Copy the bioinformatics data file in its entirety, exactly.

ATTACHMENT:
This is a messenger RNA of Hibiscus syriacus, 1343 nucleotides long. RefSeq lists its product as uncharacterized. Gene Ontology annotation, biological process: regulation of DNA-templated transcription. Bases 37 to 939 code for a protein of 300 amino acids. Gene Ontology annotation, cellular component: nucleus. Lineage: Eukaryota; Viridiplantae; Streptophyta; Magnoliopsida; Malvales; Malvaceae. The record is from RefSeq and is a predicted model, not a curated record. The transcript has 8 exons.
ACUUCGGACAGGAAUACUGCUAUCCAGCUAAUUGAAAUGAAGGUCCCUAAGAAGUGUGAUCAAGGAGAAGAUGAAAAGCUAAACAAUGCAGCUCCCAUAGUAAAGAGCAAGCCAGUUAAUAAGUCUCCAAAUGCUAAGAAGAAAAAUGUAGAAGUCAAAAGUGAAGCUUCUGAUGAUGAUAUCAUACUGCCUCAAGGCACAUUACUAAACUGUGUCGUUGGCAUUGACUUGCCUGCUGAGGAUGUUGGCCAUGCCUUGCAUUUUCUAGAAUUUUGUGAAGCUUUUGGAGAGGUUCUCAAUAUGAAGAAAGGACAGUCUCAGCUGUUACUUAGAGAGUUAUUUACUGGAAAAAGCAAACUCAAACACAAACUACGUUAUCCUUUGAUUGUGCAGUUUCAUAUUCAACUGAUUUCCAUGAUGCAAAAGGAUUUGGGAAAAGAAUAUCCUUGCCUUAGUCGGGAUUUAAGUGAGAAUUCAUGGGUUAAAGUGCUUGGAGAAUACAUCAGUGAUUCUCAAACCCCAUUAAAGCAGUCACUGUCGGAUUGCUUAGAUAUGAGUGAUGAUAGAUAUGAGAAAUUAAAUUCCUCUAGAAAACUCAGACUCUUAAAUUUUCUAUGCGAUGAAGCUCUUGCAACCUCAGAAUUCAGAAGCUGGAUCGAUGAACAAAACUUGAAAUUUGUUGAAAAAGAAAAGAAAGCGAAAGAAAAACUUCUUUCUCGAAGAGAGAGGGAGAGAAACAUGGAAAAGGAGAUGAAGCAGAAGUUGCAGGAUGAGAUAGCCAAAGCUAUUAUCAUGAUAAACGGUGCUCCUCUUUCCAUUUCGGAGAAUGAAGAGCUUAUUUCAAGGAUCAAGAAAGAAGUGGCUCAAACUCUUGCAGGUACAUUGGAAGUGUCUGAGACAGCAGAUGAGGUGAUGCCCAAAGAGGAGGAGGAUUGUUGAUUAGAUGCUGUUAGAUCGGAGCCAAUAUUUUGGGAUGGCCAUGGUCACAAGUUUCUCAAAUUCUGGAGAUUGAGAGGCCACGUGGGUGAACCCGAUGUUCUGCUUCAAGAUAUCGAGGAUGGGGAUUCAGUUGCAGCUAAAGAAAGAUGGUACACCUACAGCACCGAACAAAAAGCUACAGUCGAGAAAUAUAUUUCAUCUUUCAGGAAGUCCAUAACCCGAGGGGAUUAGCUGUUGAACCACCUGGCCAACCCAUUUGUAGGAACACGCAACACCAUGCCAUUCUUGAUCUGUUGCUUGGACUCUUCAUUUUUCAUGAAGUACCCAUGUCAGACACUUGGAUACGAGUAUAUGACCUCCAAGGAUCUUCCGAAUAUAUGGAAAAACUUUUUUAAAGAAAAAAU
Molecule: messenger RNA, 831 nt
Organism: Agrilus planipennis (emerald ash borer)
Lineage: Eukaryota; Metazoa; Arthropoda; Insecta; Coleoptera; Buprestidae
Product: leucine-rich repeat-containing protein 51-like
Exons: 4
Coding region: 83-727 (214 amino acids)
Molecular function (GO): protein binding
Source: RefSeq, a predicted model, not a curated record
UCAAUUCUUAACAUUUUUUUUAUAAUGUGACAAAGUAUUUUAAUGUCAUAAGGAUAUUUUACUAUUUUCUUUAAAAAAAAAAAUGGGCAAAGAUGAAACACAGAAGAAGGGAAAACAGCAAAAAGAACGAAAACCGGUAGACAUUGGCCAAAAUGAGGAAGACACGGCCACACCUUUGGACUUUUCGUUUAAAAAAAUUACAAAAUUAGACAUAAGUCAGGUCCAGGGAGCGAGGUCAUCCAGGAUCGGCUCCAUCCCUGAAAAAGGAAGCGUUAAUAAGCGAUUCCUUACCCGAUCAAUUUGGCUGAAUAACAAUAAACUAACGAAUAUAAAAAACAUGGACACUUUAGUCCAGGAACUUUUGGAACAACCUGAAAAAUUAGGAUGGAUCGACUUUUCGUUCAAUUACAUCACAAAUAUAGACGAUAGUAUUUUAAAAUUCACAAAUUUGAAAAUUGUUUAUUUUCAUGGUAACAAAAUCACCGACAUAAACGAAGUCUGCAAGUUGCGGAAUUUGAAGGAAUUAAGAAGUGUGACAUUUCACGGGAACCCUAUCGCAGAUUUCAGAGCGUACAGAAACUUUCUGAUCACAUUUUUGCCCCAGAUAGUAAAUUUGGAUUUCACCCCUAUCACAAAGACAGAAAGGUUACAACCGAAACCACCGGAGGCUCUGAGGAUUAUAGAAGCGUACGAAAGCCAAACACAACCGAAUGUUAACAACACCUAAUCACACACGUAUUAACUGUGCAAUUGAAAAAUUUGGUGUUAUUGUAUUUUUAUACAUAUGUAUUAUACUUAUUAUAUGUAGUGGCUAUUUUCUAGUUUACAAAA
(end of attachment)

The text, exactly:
This is a messenger RNA of Hibiscus syriacus, 1343 nucleotides long. RefSeq lists its product as uncharacterized. Gene Ontology annotation, biological process: regulation of DNA-templated transcription. Bases 37 to 939 code for a protein of 300 amino acids. Gene Ontology annotation, cellular component: nucleus. Lineage: Eukaryota; Viridiplantae; Streptophyta; Magnoliopsida; Malvales; Malvaceae. The record is from RefSeq and is a predicted model, not a curated record. The transcript has 8 exons.
ACUUCGGACAGGAAUACUGCUAUCCAGCUAAUUGAAAUGAAGGUCCCUAAGAAGUGUGAUCAAGGAGAAGAUGAAAAGCUAAACAAUGCAGCUCCCAUAGUAAAGAGCAAGCCAGUUAAUAAGUCUCCAAAUGCUAAGAAGAAAAAUGUAGAAGUCAAAAGUGAAGCUUCUGAUGAUGAUAUCAUACUGCCUCAAGGCACAUUACUAAACUGUGUCGUUGGCAUUGACUUGCCUGCUGAGGAUGUUGGCCAUGCCUUGCAUUUUCUAGAAUUUUGUGAAGCUUUUGGAGAGGUUCUCAAUAUGAAGAAAGGACAGUCUCAGCUGUUACUUAGAGAGUUAUUUACUGGAAAAAGCAAACUCAAACACAAACUACGUUAUCCUUUGAUUGUGCAGUUUCAUAUUCAACUGAUUUCCAUGAUGCAAAAGGAUUUGGGAAAAGAAUAUCCUUGCCUUAGUCGGGAUUUAAGUGAGAAUUCAUGGGUUAAAGUGCUUGGAGAAUACAUCAGUGAUUCUCAAACCCCAUUAAAGCAGUCACUGUCGGAUUGCUUAGAUAUGAGUGAUGAUAGAUAUGAGAAAUUAAAUUCCUCUAGAAAACUCAGACUCUUAAAUUUUCUAUGCGAUGAAGCUCUUGCAACCUCAGAAUUCAGAAGCUGGAUCGAUGAACAAAACUUGAAAUUUGUUGAAAAAGAAAAGAAAGCGAAAGAAAAACUUCUUUCUCGAAGAGAGAGGGAGAGAAACAUGGAAAAGGAGAUGAAGCAGAAGUUGCAGGAUGAGAUAGCCAAAGCUAUUAUCAUGAUAAACGGUGCUCCUCUUUCCAUUUCGGAGAAUGAAGAGCUUAUUUCAAGGAUCAAGAAAGAAGUGGCUCAAACUCUUGCAGGUACAUUGGAAGUGUCUGAGACAGCAGAUGAGGUGAUGCCCAAAGAGGAGGAGGAUUGUUGAUUAGAUGCUGUUAGAUCGGAGCCAAUAUUUUGGGAUGGCCAUGGUCACAAGUUUCUCAAAUUCUGGAGAUUGAGAGGCCACGUGGGUGAACCCGAUGUUCUGCUUCAAGAUAUCGAGGAUGGGGAUUCAGUUGCAGCUAAAGAAAGAUGGUACACCUACAGCACCGAACAAAAAGCUACAGUCGAGAAAUAUAUUUCAUCUUUCAGGAAGUCCAUAACCCGAGGGGAUUAGCUGUUGAACCACCUGGCCAACCCAUUUGUAGGAACACGCAACACCAUGCCAUUCUUGAUCUGUUGCUUGGACUCUUCAUUUUUCAUGAAGUACCCAUGUCAGACACUUGGAUACGAGUAUAUGACCUCCAAGGAUCUUCCGAAUAUAUGGAAAAACUUUUUUAAAGAAAAAAU
Molecule: messenger RNA, 831 nt
Organism: Agrilus planipennis (emerald ash borer)
Lineage: Eukaryota; Metazoa; Arthropoda; Insecta; Coleoptera; Buprestidae
Product: leucine-rich repeat-containing protein 51-like
Exons: 4
Coding region: 83-727 (214 amino acids)
Molecular function (GO): protein binding
Source: RefSeq, a predicted model, not a curated record
UCAAUUCUUAACAUUUUUUUUAUAAUGUGACAAAGUAUUUUAAUGUCAUAAGGAUAUUUUACUAUUUUCUUUAAAAAAAAAAAUGGGCAAAGAUGAAACACAGAAGAAGGGAAAACAGCAAAAAGAACGAAAACCGGUAGACAUUGGCCAAAAUGAGGAAGACACGGCCACACCUUUGGACUUUUCGUUUAAAAAAAUUACAAAAUUAGACAUAAGUCAGGUCCAGGGAGCGAGGUCAUCCAGGAUCGGCUCCAUCCCUGAAAAAGGAAGCGUUAAUAAGCGAUUCCUUACCCGAUCAAUUUGGCUGAAUAACAAUAAACUAACGAAUAUAAAAAACAUGGACACUUUAGUCCAGGAACUUUUGGAACAACCUGAAAAAUUAGGAUGGAUCGACUUUUCGUUCAAUUACAUCACAAAUAUAGACGAUAGUAUUUUAAAAUUCACAAAUUUGAAAAUUGUUUAUUUUCAUGGUAACAAAAUCACCGACAUAAACGAAGUCUGCAAGUUGCGGAAUUUGAAGGAAUUAAGAAGUGUGACAUUUCACGGGAACCCUAUCGCAGAUUUCAGAGCGUACAGAAACUUUCUGAUCACAUUUUUGCCCCAGAUAGUAAAUUUGGAUUUCACCCCUAUCACAAAGACAGAAAGGUUACAACCGAAACCACCGGAGGCUCUGAGGAUUAUAGAAGCGUACGAAAGCCAAACACAACCGAAUGUUAACAACACCUAAUCACACACGUAUUAACUGUGCAAUUGAAAAAUUUGGUGUUAUUGUAUUUUUAUACAUAUGUAUUAUACUUAUUAUAUGUAGUGGCUAUUUUCUAGUUUACAAAA